Our wrong traits of character are not always visible to ourselves, although they may be very apparent to others. But time and circumstances will surely prove us and bring to light the gold of character or discover the baser metal. Not one of us is known or read of all men, till the crucible of God tests us. Every base thought, every wrong action, reveals some defect in the character. These rugged traits must be brought under the chisel and hammer in God’s great workshop, and the grace of God must smooth and polish before we can be fitted for a place in the glorious temple.
Many today think that when they begin their Christian life they will find freedom from all want and difficulty. But everyone who takes up his cross to follow Christ comes to a Rephidim in his experience. Life is not all made up of green pastures and cooling streams. Disappointment overtakes us, privations come, circumstances occur which bring us into difficult places. As we follow in the narrow way, doing our best, as we think, we find that grievous trials come to us. . . . Conscience stricken, we reason, if we had walked with God, we would never have suffered so. . . .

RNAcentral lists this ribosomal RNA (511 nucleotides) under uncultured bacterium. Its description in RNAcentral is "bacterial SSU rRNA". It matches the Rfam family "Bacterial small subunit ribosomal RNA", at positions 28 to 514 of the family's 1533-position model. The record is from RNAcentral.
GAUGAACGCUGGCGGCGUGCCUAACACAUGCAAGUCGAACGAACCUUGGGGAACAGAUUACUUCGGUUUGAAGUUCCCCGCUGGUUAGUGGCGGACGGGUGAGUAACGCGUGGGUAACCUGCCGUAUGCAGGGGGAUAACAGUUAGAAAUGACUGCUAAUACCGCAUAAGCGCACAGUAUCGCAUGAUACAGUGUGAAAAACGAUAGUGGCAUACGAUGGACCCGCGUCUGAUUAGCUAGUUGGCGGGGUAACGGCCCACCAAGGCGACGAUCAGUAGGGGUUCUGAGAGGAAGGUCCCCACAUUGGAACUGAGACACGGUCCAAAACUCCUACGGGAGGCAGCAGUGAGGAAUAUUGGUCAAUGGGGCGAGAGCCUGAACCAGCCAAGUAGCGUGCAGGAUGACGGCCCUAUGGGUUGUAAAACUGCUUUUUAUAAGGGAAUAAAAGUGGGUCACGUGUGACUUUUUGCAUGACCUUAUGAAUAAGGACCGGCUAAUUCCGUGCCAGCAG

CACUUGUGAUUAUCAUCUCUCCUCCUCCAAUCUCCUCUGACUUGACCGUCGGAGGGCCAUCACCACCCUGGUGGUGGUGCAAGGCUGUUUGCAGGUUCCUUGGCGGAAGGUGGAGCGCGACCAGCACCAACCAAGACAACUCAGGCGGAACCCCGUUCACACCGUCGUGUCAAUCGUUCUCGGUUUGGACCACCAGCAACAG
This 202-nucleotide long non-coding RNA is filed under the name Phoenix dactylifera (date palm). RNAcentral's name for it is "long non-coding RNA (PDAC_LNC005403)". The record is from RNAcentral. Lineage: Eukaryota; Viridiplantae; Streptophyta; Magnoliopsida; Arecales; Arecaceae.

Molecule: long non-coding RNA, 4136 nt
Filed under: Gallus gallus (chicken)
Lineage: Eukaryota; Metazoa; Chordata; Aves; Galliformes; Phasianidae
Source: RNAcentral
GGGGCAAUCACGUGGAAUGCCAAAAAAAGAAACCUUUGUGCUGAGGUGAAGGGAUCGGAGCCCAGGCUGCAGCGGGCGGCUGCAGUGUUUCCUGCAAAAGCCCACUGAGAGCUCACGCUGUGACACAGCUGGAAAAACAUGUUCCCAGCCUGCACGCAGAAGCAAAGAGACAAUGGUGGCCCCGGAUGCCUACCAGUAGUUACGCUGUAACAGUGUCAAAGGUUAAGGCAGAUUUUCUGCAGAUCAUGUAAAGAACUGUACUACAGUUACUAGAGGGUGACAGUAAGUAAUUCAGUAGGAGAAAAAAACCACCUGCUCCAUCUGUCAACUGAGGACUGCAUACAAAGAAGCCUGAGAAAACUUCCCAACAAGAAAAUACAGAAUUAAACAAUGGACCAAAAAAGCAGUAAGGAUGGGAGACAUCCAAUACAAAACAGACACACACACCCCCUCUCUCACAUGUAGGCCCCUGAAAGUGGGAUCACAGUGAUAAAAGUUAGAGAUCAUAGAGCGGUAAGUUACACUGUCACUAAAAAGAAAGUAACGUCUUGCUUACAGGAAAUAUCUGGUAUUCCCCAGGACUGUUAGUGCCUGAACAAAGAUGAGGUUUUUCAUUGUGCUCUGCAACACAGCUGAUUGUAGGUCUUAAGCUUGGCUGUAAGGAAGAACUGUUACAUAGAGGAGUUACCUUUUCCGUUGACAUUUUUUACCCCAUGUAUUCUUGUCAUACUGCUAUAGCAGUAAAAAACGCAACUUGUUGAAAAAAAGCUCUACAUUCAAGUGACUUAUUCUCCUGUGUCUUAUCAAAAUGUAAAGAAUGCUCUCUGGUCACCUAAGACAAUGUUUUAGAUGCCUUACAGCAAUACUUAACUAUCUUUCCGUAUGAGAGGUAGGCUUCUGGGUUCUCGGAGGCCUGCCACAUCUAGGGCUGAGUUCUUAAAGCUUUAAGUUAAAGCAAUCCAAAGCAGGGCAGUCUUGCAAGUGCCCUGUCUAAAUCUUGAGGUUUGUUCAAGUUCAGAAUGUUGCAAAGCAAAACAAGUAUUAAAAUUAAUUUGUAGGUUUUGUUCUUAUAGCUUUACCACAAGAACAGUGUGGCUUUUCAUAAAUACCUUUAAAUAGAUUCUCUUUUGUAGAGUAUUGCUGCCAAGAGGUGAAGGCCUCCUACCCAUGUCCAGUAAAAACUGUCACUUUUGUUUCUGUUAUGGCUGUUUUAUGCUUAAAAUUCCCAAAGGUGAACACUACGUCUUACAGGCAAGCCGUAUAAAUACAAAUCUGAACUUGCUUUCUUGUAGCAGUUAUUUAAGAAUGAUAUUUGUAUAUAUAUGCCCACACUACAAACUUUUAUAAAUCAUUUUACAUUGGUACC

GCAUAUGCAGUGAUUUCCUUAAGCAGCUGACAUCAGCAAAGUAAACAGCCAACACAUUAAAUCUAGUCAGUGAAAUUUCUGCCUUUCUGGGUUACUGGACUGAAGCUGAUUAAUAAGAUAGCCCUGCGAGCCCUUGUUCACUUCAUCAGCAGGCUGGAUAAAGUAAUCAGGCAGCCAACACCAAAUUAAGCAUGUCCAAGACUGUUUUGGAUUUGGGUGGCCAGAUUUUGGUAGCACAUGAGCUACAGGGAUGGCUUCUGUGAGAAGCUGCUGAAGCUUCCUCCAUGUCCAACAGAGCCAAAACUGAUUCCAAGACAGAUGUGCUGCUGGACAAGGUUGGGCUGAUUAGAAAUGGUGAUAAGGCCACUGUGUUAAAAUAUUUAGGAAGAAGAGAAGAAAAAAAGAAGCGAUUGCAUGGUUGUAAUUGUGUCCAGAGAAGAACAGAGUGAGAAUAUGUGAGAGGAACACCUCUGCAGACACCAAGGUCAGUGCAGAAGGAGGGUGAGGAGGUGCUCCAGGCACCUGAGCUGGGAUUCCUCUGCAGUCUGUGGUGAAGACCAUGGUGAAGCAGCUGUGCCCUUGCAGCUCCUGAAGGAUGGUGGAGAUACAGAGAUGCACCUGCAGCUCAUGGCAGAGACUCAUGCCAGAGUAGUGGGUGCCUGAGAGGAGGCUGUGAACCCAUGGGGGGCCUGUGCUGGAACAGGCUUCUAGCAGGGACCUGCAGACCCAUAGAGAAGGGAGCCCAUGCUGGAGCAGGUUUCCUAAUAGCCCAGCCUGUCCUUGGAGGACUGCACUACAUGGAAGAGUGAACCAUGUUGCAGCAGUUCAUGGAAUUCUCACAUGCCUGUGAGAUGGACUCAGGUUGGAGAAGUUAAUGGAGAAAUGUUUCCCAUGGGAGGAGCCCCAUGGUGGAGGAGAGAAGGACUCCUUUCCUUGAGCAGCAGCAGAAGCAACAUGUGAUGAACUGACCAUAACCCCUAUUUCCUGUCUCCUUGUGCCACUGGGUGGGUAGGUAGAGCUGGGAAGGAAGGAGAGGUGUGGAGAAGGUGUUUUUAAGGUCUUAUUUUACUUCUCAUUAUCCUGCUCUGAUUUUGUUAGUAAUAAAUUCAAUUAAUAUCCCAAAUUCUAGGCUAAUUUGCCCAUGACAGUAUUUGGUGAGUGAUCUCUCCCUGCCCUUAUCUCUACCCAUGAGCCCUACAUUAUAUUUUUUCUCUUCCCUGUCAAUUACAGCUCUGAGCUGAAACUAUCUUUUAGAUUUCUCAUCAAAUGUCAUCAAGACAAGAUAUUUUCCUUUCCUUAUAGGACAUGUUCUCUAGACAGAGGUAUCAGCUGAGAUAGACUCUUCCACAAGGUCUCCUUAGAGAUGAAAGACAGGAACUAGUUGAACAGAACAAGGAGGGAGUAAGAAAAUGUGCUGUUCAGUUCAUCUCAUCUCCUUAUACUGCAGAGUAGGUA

But of old the Lord led His people to Rephidim, and He may choose to bring us there also, in order to test our faithfulness and loyalty to Him. In mercy to us, He does not always place us in the easiest places; for if He did, in our self-sufficiency we would forget that the Lord is our helper in time of necessity. But He longs to manifest Himself to us in our emergencies, and reveal the abundant supplies that are at our disposal, independent of our surroundings; and disappointment and trial are permitted to come upon us that we may realize our own helplessness, and learn to call upon the Lord for aid, as a child, when hungry and thirsty, calls upon its earthly father.
There are thorns in every path. All who follow the Lord’s leading must expect to meet with disappointments, crosses, and losses. But a spirit of true heroism will help them to overcome these. Many greatly magnify seeming difficulties, and then begin to pity themselves and give way to despondency. Such need to make an entire change in themselves. They need to discipline themselves to put forth exertion, and to overcome all childish feelings. . . .
Every one should have an aim, an object, in life. The loins of the mind should be girded up, and the thoughts be trained to keep to the point, as the compass to the pole. . . . Worthy purposes should be kept constantly in view, and every thought and act should tend to their accomplishment. Let there ever be a fixedness of purpose to carry out that which is undertaken.